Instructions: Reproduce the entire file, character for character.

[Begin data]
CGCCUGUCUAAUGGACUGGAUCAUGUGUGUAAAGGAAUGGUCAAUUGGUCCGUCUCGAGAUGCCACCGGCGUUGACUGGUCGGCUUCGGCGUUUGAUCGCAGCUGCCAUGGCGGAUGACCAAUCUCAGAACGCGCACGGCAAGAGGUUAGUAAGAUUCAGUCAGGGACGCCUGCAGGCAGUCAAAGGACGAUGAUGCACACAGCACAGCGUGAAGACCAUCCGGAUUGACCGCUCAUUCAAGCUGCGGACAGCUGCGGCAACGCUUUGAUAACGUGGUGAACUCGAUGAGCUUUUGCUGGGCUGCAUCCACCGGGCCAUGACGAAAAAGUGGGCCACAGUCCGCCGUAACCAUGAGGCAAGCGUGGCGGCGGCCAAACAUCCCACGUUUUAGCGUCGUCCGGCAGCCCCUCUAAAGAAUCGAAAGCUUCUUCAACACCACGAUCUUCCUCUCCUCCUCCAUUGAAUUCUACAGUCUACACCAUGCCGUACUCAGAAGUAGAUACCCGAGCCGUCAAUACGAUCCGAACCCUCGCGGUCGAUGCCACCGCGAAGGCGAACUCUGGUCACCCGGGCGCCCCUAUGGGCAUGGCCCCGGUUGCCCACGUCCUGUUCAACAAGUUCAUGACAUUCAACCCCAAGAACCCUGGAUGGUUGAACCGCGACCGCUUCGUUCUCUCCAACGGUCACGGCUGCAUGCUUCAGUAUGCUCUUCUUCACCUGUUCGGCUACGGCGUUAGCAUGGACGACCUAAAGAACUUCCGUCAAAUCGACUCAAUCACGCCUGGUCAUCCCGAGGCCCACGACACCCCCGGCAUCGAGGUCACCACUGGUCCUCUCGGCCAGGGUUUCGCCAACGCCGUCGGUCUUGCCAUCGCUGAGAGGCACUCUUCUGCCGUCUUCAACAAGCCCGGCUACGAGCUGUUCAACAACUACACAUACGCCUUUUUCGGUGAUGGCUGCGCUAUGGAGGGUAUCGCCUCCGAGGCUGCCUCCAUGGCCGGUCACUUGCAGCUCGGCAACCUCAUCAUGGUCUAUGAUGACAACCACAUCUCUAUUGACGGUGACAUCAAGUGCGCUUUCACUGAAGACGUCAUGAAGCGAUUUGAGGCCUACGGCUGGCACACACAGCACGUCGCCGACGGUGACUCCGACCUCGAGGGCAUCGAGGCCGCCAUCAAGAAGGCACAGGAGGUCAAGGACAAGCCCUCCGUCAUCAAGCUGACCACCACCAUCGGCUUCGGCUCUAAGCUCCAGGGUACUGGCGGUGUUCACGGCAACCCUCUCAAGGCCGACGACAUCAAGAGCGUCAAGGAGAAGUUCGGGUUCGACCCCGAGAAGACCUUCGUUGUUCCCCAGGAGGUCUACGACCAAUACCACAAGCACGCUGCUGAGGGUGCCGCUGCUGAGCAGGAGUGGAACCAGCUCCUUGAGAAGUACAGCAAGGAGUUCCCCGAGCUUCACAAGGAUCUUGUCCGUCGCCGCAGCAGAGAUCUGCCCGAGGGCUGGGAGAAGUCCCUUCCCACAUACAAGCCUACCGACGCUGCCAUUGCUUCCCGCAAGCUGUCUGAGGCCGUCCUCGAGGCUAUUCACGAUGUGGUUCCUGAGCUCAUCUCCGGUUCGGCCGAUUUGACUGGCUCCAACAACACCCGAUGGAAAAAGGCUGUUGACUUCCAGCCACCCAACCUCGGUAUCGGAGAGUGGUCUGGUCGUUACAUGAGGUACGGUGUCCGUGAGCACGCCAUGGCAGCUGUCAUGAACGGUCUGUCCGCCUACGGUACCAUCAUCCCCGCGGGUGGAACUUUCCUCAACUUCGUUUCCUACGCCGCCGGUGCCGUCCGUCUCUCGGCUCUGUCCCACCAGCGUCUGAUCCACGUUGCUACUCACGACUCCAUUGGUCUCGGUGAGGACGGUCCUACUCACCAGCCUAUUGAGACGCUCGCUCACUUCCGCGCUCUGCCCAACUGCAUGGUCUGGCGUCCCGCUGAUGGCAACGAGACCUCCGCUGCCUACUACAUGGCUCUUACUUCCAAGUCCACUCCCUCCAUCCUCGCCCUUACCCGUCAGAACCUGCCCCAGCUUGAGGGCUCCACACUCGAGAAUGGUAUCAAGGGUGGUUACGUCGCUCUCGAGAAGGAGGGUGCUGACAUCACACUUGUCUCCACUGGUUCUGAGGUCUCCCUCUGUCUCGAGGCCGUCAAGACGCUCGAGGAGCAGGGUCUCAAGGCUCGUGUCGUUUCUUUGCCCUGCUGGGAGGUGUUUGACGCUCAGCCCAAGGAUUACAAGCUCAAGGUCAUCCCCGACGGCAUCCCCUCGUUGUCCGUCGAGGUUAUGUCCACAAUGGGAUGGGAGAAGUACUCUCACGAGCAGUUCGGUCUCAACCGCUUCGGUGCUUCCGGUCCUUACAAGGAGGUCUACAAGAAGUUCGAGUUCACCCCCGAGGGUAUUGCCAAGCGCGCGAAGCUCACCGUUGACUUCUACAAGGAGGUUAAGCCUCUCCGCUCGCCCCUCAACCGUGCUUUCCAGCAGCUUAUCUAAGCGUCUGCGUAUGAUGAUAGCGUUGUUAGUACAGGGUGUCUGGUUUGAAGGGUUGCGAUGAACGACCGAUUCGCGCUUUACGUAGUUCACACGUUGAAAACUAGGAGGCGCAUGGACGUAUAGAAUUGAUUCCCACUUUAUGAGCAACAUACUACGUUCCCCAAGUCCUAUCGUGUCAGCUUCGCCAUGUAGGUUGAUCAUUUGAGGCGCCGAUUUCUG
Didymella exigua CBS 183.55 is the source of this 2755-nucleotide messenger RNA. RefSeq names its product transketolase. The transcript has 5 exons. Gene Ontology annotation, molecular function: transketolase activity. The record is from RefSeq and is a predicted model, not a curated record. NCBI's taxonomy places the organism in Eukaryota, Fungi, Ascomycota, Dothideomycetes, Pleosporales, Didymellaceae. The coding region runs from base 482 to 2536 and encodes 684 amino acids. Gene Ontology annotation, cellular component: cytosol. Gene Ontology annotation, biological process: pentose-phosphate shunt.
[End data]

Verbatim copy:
CGCCUGUCUAAUGGACUGGAUCAUGUGUGUAAAGGAAUGGUCAAUUGGUCCGUCUCGAGAUGCCACCGGCGUUGACUGGUCGGCUUCGGCGUUUGAUCGCAGCUGCCAUGGCGGAUGACCAAUCUCAGAACGCGCACGGCAAGAGGUUAGUAAGAUUCAGUCAGGGACGCCUGCAGGCAGUCAAAGGACGAUGAUGCACACAGCACAGCGUGAAGACCAUCCGGAUUGACCGCUCAUUCAAGCUGCGGACAGCUGCGGCAACGCUUUGAUAACGUGGUGAACUCGAUGAGCUUUUGCUGGGCUGCAUCCACCGGGCCAUGACGAAAAAGUGGGCCACAGUCCGCCGUAACCAUGAGGCAAGCGUGGCGGCGGCCAAACAUCCCACGUUUUAGCGUCGUCCGGCAGCCCCUCUAAAGAAUCGAAAGCUUCUUCAACACCACGAUCUUCCUCUCCUCCUCCAUUGAAUUCUACAGUCUACACCAUGCCGUACUCAGAAGUAGAUACCCGAGCCGUCAAUACGAUCCGAACCCUCGCGGUCGAUGCCACCGCGAAGGCGAACUCUGGUCACCCGGGCGCCCCUAUGGGCAUGGCCCCGGUUGCCCACGUCCUGUUCAACAAGUUCAUGACAUUCAACCCCAAGAACCCUGGAUGGUUGAACCGCGACCGCUUCGUUCUCUCCAACGGUCACGGCUGCAUGCUUCAGUAUGCUCUUCUUCACCUGUUCGGCUACGGCGUUAGCAUGGACGACCUAAAGAACUUCCGUCAAAUCGACUCAAUCACGCCUGGUCAUCCCGAGGCCCACGACACCCCCGGCAUCGAGGUCACCACUGGUCCUCUCGGCCAGGGUUUCGCCAACGCCGUCGGUCUUGCCAUCGCUGAGAGGCACUCUUCUGCCGUCUUCAACAAGCCCGGCUACGAGCUGUUCAACAACUACACAUACGCCUUUUUCGGUGAUGGCUGCGCUAUGGAGGGUAUCGCCUCCGAGGCUGCCUCCAUGGCCGGUCACUUGCAGCUCGGCAACCUCAUCAUGGUCUAUGAUGACAACCACAUCUCUAUUGACGGUGACAUCAAGUGCGCUUUCACUGAAGACGUCAUGAAGCGAUUUGAGGCCUACGGCUGGCACACACAGCACGUCGCCGACGGUGACUCCGACCUCGAGGGCAUCGAGGCCGCCAUCAAGAAGGCACAGGAGGUCAAGGACAAGCCCUCCGUCAUCAAGCUGACCACCACCAUCGGCUUCGGCUCUAAGCUCCAGGGUACUGGCGGUGUUCACGGCAACCCUCUCAAGGCCGACGACAUCAAGAGCGUCAAGGAGAAGUUCGGGUUCGACCCCGAGAAGACCUUCGUUGUUCCCCAGGAGGUCUACGACCAAUACCACAAGCACGCUGCUGAGGGUGCCGCUGCUGAGCAGGAGUGGAACCAGCUCCUUGAGAAGUACAGCAAGGAGUUCCCCGAGCUUCACAAGGAUCUUGUCCGUCGCCGCAGCAGAGAUCUGCCCGAGGGCUGGGAGAAGUCCCUUCCCACAUACAAGCCUACCGACGCUGCCAUUGCUUCCCGCAAGCUGUCUGAGGCCGUCCUCGAGGCUAUUCACGAUGUGGUUCCUGAGCUCAUCUCCGGUUCGGCCGAUUUGACUGGCUCCAACAACACCCGAUGGAAAAAGGCUGUUGACUUCCAGCCACCCAACCUCGGUAUCGGAGAGUGGUCUGGUCGUUACAUGAGGUACGGUGUCCGUGAGCACGCCAUGGCAGCUGUCAUGAACGGUCUGUCCGCCUACGGUACCAUCAUCCCCGCGGGUGGAACUUUCCUCAACUUCGUUUCCUACGCCGCCGGUGCCGUCCGUCUCUCGGCUCUGUCCCACCAGCGUCUGAUCCACGUUGCUACUCACGACUCCAUUGGUCUCGGUGAGGACGGUCCUACUCACCAGCCUAUUGAGACGCUCGCUCACUUCCGCGCUCUGCCCAACUGCAUGGUCUGGCGUCCCGCUGAUGGCAACGAGACCUCCGCUGCCUACUACAUGGCUCUUACUUCCAAGUCCACUCCCUCCAUCCUCGCCCUUACCCGUCAGAACCUGCCCCAGCUUGAGGGCUCCACACUCGAGAAUGGUAUCAAGGGUGGUUACGUCGCUCUCGAGAAGGAGGGUGCUGACAUCACACUUGUCUCCACUGGUUCUGAGGUCUCCCUCUGUCUCGAGGCCGUCAAGACGCUCGAGGAGCAGGGUCUCAAGGCUCGUGUCGUUUCUUUGCCCUGCUGGGAGGUGUUUGACGCUCAGCCCAAGGAUUACAAGCUCAAGGUCAUCCCCGACGGCAUCCCCUCGUUGUCCGUCGAGGUUAUGUCCACAAUGGGAUGGGAGAAGUACUCUCACGAGCAGUUCGGUCUCAACCGCUUCGGUGCUUCCGGUCCUUACAAGGAGGUCUACAAGAAGUUCGAGUUCACCCCCGAGGGUAUUGCCAAGCGCGCGAAGCUCACCGUUGACUUCUACAAGGAGGUUAAGCCUCUCCGCUCGCCCCUCAACCGUGCUUUCCAGCAGCUUAUCUAAGCGUCUGCGUAUGAUGAUAGCGUUGUUAGUACAGGGUGUCUGGUUUGAAGGGUUGCGAUGAACGACCGAUUCGCGCUUUACGUAGUUCACACGUUGAAAACUAGGAGGCGCAUGGACGUAUAGAAUUGAUUCCCACUUUAUGAGCAACAUACUACGUUCCCCAAGUCCUAUCGUGUCAGCUUCGCCAUGUAGGUUGAUCAUUUGAGGCGCCGAUUUCUG
Didymella exigua CBS 183.55 is the source of this 2755-nucleotide messenger RNA. RefSeq names its product transketolase. The transcript has 5 exons. Gene Ontology annotation, molecular function: transketolase activity. The record is from RefSeq and is a predicted model, not a curated record. NCBI's taxonomy places the organism in Eukaryota, Fungi, Ascomycota, Dothideomycetes, Pleosporales, Didymellaceae. The coding region runs from base 482 to 2536 and encodes 684 amino acids. Gene Ontology annotation, cellular component: cytosol. Gene Ontology annotation, biological process: pentose-phosphate shunt.